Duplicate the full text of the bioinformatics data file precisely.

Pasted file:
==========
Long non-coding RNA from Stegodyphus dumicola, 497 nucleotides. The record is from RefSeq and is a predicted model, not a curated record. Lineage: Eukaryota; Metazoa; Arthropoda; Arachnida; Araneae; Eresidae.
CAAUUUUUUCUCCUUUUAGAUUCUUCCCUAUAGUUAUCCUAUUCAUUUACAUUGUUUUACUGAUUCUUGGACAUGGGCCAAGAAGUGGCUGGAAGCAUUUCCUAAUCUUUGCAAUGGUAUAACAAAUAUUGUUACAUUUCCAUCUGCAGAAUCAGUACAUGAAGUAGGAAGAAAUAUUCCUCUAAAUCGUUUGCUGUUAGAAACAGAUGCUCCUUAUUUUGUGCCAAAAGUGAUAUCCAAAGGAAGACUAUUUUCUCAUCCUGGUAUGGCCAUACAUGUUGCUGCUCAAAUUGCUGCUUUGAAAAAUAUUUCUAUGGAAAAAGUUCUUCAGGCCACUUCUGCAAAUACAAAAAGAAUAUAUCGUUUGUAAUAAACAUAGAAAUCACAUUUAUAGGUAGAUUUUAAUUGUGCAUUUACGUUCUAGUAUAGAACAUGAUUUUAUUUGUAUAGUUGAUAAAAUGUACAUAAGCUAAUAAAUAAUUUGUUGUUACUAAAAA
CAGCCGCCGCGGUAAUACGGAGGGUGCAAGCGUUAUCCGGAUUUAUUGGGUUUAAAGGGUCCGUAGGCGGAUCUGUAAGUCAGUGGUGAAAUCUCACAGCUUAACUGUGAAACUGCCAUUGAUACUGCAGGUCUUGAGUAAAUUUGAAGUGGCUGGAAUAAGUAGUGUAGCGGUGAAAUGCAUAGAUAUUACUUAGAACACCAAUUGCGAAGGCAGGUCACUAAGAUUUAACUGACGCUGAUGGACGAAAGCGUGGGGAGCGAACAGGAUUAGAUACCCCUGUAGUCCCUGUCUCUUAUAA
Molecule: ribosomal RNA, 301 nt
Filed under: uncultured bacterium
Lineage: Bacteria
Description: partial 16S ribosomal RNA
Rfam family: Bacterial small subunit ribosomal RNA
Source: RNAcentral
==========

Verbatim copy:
Long non-coding RNA from Stegodyphus dumicola, 497 nucleotides. The record is from RefSeq and is a predicted model, not a curated record. Lineage: Eukaryota; Metazoa; Arthropoda; Arachnida; Araneae; Eresidae.
CAAUUUUUUCUCCUUUUAGAUUCUUCCCUAUAGUUAUCCUAUUCAUUUACAUUGUUUUACUGAUUCUUGGACAUGGGCCAAGAAGUGGCUGGAAGCAUUUCCUAAUCUUUGCAAUGGUAUAACAAAUAUUGUUACAUUUCCAUCUGCAGAAUCAGUACAUGAAGUAGGAAGAAAUAUUCCUCUAAAUCGUUUGCUGUUAGAAACAGAUGCUCCUUAUUUUGUGCCAAAAGUGAUAUCCAAAGGAAGACUAUUUUCUCAUCCUGGUAUGGCCAUACAUGUUGCUGCUCAAAUUGCUGCUUUGAAAAAUAUUUCUAUGGAAAAAGUUCUUCAGGCCACUUCUGCAAAUACAAAAAGAAUAUAUCGUUUGUAAUAAACAUAGAAAUCACAUUUAUAGGUAGAUUUUAAUUGUGCAUUUACGUUCUAGUAUAGAACAUGAUUUUAUUUGUAUAGUUGAUAAAAUGUACAUAAGCUAAUAAAUAAUUUGUUGUUACUAAAAA
CAGCCGCCGCGGUAAUACGGAGGGUGCAAGCGUUAUCCGGAUUUAUUGGGUUUAAAGGGUCCGUAGGCGGAUCUGUAAGUCAGUGGUGAAAUCUCACAGCUUAACUGUGAAACUGCCAUUGAUACUGCAGGUCUUGAGUAAAUUUGAAGUGGCUGGAAUAAGUAGUGUAGCGGUGAAAUGCAUAGAUAUUACUUAGAACACCAAUUGCGAAGGCAGGUCACUAAGAUUUAACUGACGCUGAUGGACGAAAGCGUGGGGAGCGAACAGGAUUAGAUACCCCUGUAGUCCCUGUCUCUUAUAA
Molecule: ribosomal RNA, 301 nt
Filed under: uncultured bacterium
Lineage: Bacteria
Description: partial 16S ribosomal RNA
Rfam family: Bacterial small subunit ribosomal RNA
Source: RNAcentral